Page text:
Comparison of Non-Surgical Treatment Options for Chronic Exertional Compartment Syndrome (CECS)

  • End date
    Nov 1, 2024
  • participants needed
  • sponsor
    Walter Reed National Military Medical Center
Updated on 7 June 2022


Chronic Exertional Compartment Syndrome (CECS) in the lower leg is a debilitating condition in highly active individuals. Pain occurs in 1 or several leg compartments upon an exertional activity, typically running, that quickly dissipates once the activity stopped. Surgical fasciotomy is the standard for treating lower leg CECS, but success is variable. Complications may occur post-surgery and there is a potential for a repeat procedure. Recovery times post-surgery also vary greatly. Conservative treatments, such as gait retraining and botulinum toxin injections, are emerging as non-surgical options for the treatment of CECS with success through published case reports and case series. This study aims to evaluate the use of these non-surgical treatment options for CECS in the anterior and lateral leg compartments with a follow up for at least 2 years across multiple study sites.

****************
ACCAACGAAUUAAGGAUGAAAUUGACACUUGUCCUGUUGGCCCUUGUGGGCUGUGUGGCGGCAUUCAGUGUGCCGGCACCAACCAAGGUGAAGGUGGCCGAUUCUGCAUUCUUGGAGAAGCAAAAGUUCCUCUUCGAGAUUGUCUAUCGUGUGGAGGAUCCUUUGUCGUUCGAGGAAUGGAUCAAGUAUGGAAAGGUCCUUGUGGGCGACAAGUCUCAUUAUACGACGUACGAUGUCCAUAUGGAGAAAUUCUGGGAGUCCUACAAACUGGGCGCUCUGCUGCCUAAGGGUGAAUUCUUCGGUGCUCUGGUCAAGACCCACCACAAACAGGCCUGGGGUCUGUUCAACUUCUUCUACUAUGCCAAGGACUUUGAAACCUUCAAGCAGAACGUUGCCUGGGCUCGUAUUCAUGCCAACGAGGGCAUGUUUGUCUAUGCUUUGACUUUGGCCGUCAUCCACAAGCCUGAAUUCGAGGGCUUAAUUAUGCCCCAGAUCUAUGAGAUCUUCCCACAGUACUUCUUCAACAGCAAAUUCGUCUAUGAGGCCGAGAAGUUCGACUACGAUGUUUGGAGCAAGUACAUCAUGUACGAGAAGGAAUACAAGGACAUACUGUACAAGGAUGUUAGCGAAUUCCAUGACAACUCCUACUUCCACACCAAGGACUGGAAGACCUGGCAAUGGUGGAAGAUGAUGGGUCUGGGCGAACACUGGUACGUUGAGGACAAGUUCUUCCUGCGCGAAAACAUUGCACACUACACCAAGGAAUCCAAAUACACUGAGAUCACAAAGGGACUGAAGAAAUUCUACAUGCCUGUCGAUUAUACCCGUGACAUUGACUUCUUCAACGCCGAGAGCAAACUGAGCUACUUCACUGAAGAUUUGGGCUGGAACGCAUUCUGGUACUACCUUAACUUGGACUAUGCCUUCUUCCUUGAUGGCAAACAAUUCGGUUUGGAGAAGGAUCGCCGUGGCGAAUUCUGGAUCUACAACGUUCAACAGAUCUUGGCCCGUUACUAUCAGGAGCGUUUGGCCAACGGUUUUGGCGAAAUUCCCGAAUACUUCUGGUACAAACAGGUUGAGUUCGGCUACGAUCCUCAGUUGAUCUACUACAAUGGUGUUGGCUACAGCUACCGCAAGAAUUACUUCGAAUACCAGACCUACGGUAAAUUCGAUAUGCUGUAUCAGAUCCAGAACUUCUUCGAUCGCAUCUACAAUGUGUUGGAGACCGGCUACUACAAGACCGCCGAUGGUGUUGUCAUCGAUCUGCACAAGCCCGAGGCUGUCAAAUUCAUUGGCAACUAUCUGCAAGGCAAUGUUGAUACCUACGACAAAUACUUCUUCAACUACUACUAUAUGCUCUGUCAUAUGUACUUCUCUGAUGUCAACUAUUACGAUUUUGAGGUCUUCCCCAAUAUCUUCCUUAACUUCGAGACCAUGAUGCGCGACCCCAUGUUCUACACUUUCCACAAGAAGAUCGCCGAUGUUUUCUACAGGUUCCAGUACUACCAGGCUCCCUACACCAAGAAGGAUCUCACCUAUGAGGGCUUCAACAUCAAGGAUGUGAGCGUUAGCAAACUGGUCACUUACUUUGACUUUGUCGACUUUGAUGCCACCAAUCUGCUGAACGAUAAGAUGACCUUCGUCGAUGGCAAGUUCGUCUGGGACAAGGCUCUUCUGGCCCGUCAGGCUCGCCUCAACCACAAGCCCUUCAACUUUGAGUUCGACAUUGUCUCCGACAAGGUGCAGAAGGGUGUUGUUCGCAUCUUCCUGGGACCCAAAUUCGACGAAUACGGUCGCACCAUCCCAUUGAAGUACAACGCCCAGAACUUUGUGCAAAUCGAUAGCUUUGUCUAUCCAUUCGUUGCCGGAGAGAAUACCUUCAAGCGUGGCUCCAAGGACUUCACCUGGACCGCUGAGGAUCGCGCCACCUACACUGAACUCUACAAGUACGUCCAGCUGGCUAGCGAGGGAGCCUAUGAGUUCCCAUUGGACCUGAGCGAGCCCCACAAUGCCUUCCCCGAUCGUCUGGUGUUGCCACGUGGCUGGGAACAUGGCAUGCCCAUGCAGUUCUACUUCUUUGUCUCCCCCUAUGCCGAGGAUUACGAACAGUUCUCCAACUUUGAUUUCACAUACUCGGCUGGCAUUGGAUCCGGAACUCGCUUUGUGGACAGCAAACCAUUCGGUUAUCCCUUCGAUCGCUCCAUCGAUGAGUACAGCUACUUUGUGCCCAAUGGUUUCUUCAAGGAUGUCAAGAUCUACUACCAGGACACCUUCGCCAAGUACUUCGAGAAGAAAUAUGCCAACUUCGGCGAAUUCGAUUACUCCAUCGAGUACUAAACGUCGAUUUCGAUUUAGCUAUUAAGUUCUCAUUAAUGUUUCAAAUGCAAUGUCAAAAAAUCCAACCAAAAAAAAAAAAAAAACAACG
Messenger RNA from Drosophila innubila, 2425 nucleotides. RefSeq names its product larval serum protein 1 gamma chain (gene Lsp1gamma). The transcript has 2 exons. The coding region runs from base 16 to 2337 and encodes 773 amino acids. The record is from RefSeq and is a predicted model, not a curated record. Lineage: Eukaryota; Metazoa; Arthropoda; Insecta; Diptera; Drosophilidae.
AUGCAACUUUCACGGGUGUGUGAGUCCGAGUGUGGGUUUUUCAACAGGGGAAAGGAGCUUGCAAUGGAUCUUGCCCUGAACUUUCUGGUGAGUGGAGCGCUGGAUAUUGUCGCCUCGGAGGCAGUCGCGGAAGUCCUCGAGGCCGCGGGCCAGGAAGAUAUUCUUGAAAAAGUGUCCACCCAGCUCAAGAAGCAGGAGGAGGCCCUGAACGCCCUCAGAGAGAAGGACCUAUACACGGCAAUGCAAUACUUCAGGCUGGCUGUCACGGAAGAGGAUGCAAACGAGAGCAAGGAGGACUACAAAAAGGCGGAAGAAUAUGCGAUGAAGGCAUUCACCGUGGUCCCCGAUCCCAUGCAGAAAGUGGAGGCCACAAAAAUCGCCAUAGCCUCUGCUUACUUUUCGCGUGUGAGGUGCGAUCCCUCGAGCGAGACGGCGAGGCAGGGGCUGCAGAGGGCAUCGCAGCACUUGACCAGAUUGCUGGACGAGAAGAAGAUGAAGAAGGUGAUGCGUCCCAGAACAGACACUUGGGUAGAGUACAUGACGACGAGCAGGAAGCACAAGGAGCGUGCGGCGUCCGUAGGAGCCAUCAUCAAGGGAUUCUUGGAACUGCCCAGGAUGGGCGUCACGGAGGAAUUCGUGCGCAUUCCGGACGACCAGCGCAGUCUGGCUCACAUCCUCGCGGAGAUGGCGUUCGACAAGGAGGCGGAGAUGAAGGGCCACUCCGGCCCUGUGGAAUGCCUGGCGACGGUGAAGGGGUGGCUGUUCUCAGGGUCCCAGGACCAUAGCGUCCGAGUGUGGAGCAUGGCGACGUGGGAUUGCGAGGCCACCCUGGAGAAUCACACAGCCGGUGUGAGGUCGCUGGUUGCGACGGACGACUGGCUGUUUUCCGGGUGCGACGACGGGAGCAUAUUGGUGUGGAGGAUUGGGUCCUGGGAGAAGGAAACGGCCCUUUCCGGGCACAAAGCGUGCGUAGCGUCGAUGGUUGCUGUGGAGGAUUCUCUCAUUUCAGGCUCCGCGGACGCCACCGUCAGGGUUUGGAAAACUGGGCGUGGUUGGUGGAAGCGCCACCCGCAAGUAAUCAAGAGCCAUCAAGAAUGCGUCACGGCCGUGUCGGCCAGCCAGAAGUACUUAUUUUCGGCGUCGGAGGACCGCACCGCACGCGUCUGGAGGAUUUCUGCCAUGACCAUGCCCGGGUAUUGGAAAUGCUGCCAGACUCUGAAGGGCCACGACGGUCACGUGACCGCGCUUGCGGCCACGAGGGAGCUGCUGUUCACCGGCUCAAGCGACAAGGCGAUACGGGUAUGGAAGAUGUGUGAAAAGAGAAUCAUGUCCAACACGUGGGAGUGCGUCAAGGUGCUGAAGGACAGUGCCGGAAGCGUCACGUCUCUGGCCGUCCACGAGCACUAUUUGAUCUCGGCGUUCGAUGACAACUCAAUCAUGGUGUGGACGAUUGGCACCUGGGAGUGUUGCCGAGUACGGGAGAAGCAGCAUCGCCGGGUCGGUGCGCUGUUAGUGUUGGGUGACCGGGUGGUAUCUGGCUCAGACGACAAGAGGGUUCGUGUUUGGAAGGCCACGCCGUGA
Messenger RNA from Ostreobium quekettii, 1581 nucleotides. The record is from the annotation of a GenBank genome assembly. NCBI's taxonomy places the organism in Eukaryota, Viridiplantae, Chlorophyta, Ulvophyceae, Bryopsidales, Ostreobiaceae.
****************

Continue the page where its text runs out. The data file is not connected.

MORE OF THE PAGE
Condition Chronic Exertional Compartment Syndrome
Treatment Saline Injection, botulinum toxin injection, Supervised Gait Retraining, Home Based Gait Retraining
Clinical Study IdentifierNCT04409600
SponsorWalter Reed National Military Medical Center
Last Modified on7 June 2022


Yes No Not Sure

Inclusion Criteria

Active duty service
Fluent in speaking and reading English
Unable to run 2 miles without producing pain and/or symptoms
Difficulty completing the running portion of their service-specific physical training due to pain and/or symptoms in their lower leg
Meets clinical diagnostic criteria for CECS of the anterior or lateral compartment per clinical examination (palpation, intramuscular compartment pressure, lower leg MRI)

Exclusion Criteria

Prior botulinum injection in the lower leg compartment of the affected limb
Prior compartment release of affected lower leg
Recent (within the last 6 months) lower limb injury that needed medical intervention
Completed formal gait retraining within the last 6 months
Allergic to botulinum toxin
Pregnant or breastfeeding
Medical examination that indicates a condition other than CECS
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